Gilead Says Two Phase 3 Trials On Tenofovir Alafenamide Met Primary Objectives 

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The FINANCIAL — Gilead Sciences, Inc. on January 5 announced that two Phase 3 clinical trials (Studies 108 and 110) evaluating investigational use of once-daily tenofovir alafenamide (TAF) 25 mg in treatment-naïve and treatment-experienced adults with HBeAg-negative and HBeAg-positive chronic hepatitis B virus (HBV) infection met their primary objectives.

The studies demonstrated that TAF was non-inferior to Gilead’s Viread (tenofovir disoproxil fumarate, TDF) based on the percentage of patients with HBV DNA levels below 29 IU/mL at 48 weeks of therapy. In addition, TAF demonstrated improved renal and bone laboratory safety parameters compared to Viread, according to Gilead.

“An estimated 350 million people are living with chronic hepatitis B worldwide, and Viread is an effective treatment option for those appropriate to receive therapy,” said Norbert Bischofberger, PhD, Executive Vice President, Research and Development and Chief Scientific Officer, Gilead Sciences. “We are pleased that the TAF Phase 3 study results reflect high efficacy and improved renal and bone safety parameters similar to those seen in clinical studies evaluating TAF-based regimens for HIV. Like HIV, HBV is a chronic condition that requires prolonged therapy and we look forward to the opportunity to offer patients an improved option that has the potential to advance the long-term treatment of HBV.”

In Study 108, evaluating HBeAg-negative patients, 94.0 percent (n=268/285) of patients receiving TAF and 92.9 percent (n=130/140; CI -3.6 percent to +7.2 percent, p=0.47) of patients receiving Viread achieved HBV DNA below 29 IU/mL at week 48. In Study 110, evaluating HBeAg-positive patients, 63.9 percent (n=371/581) of TAF patients and 66.8 percent (n=195/292; CI -9.8 percent to +2.6 percent, p=0.25) of Viread patients achieved HBV DNA below 29 IU/mL at week 48. Two criteria were used to evaluate normalization of serum ALT levels: a central laboratory cut-off value and the American Association for the Study of Liver Diseases (AASLD) criteria. In both studies, treatment with TAF showed a statistically significant increase in ALT normalization relative to the Viread arms when using the AASLD criteria. The ALT normalization was not statistically significant using the central laboratory cut-off value, which defines normalization at a higher ALT level. Discontinuations due to adverse events were uncommon in both treatment arms (0.7 percent (n=2) for TAF vs. 0.7 percent (n=1) for Viread in Study 108, and 1.0 percent (n=6) for TAF vs. 1.0 percent (n=3) for Viread in Study 110). The most commonly reported adverse events in both studies included headache, upper respiratory tract infection, nasopharyngitis and cough, and occurred at similar rates in patients receiving either TAF or Viread.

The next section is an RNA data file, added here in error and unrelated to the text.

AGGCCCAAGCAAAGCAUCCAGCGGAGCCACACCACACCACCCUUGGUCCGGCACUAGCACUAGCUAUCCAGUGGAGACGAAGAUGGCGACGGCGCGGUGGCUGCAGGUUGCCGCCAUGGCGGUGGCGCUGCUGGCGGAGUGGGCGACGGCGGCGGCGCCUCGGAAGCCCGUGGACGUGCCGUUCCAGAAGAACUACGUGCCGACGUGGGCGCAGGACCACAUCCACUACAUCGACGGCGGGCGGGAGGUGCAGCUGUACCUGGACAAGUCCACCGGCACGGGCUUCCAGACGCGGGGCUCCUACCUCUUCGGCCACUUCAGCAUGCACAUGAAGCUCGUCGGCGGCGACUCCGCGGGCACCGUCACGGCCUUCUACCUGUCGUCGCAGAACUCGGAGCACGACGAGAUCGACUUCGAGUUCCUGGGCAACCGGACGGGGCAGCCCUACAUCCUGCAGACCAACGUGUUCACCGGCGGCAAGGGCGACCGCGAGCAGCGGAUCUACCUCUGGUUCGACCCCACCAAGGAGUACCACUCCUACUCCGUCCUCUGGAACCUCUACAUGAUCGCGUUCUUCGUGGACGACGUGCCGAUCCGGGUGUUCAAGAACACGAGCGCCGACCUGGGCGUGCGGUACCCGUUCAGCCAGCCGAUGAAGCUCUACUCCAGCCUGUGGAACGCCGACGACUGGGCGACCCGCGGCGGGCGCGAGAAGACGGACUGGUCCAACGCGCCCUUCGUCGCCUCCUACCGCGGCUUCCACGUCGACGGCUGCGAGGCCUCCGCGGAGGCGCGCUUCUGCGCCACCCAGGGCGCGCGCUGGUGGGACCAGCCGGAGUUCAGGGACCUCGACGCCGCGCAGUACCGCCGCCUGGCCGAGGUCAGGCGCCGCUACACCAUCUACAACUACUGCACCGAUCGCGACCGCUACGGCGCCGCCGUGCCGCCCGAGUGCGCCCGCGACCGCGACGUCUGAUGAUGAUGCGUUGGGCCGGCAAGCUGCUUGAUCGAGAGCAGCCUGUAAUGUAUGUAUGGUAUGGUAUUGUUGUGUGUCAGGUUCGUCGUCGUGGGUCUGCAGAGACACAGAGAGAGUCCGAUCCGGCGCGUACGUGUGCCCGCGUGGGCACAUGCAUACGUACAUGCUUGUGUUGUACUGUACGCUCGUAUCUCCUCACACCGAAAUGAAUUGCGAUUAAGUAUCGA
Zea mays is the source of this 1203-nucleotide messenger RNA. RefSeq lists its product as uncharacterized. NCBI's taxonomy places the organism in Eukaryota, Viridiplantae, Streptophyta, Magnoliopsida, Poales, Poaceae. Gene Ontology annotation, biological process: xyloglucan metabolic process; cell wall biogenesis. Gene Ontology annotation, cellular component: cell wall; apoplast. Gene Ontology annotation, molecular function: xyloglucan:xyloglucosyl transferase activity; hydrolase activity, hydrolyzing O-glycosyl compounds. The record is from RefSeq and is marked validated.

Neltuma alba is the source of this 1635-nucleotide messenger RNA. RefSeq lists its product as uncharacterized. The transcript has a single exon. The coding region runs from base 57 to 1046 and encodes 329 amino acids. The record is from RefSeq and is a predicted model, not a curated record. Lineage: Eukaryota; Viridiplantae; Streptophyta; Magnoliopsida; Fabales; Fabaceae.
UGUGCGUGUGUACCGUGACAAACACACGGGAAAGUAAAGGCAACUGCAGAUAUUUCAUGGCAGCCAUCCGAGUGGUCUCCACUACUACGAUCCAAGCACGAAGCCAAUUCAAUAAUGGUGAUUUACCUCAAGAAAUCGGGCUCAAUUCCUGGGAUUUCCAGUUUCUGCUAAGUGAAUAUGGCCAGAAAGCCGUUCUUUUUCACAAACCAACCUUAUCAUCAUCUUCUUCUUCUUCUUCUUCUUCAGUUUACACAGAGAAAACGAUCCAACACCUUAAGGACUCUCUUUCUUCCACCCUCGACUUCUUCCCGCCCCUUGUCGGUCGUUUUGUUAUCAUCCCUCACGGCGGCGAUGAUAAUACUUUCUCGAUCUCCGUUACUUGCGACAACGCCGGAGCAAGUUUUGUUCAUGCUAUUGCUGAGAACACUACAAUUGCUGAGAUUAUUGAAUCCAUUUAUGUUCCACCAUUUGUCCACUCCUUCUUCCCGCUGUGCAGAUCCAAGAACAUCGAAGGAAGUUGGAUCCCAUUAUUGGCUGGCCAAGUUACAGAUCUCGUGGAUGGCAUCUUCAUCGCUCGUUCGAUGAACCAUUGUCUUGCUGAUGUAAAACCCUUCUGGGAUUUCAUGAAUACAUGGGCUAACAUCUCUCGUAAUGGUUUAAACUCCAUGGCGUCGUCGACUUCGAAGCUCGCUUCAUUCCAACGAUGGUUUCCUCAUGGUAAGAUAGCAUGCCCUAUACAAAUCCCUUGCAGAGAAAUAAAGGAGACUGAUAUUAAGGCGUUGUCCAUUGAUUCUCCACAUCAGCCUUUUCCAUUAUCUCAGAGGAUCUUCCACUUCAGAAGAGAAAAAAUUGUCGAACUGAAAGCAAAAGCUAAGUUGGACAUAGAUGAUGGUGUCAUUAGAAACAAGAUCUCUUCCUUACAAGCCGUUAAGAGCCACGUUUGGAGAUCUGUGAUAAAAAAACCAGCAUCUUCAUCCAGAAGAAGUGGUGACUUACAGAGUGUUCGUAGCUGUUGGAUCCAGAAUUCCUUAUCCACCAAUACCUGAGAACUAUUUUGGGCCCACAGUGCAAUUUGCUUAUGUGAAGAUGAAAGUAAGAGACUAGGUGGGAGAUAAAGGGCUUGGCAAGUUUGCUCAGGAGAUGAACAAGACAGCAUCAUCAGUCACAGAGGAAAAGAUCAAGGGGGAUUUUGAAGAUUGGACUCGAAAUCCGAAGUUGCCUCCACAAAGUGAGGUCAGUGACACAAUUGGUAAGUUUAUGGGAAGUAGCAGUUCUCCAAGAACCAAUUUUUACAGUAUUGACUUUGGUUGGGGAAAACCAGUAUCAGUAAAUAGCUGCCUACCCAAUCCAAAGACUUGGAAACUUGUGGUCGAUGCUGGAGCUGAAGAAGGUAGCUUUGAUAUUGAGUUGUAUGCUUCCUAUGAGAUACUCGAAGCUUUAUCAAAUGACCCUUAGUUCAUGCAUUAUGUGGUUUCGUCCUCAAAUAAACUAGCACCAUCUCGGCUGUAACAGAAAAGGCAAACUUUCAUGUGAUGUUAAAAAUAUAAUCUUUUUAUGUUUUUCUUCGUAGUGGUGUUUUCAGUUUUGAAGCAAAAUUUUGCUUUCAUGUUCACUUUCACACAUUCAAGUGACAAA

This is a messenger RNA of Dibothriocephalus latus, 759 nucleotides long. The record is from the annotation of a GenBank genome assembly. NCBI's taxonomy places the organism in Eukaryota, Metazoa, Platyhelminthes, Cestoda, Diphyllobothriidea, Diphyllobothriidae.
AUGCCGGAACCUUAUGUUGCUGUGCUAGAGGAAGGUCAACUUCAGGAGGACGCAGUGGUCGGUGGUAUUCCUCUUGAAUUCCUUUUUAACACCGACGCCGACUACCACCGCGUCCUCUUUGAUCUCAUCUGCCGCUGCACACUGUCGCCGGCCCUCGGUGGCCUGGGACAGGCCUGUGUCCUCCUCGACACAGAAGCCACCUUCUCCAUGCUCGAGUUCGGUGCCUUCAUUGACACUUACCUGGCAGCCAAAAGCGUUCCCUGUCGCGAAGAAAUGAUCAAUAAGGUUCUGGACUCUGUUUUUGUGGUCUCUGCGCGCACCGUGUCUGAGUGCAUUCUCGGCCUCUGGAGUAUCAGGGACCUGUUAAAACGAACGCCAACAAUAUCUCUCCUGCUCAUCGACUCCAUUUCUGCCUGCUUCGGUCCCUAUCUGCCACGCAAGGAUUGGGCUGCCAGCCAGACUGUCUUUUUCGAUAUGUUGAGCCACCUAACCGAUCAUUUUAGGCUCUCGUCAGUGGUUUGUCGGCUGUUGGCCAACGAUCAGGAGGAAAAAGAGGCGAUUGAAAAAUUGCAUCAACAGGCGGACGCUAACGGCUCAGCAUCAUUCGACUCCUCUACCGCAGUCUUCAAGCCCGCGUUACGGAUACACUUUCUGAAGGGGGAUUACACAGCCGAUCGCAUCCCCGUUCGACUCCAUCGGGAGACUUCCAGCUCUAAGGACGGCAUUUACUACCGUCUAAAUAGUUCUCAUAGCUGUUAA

Changes in bone and renal laboratory parameters favored the TAF regimen. In both studies, patients receiving TAF experienced a significantly smaller mean percentage decrease from baseline in hip and spine bone mineral density at week 48 (p<0.001) compared to patients receiving Viread. Smaller increases in serum creatinine were observed in patients receiving TAF in Study 110 (p=0.02). Additionally, the median change in estimated glomerular filtration rate (eGFR) from baseline to week 48 favored TAF in both studies (p<0.01).

Based on the results of Studies 108 and 110, Gilead plans to submit regulatory applications for TAF for chronic HBV in the United States and the European Union in the first quarter of 2016. Gilead also plans to submit data from both studies for presentation to a scientific conference in 2016.

 

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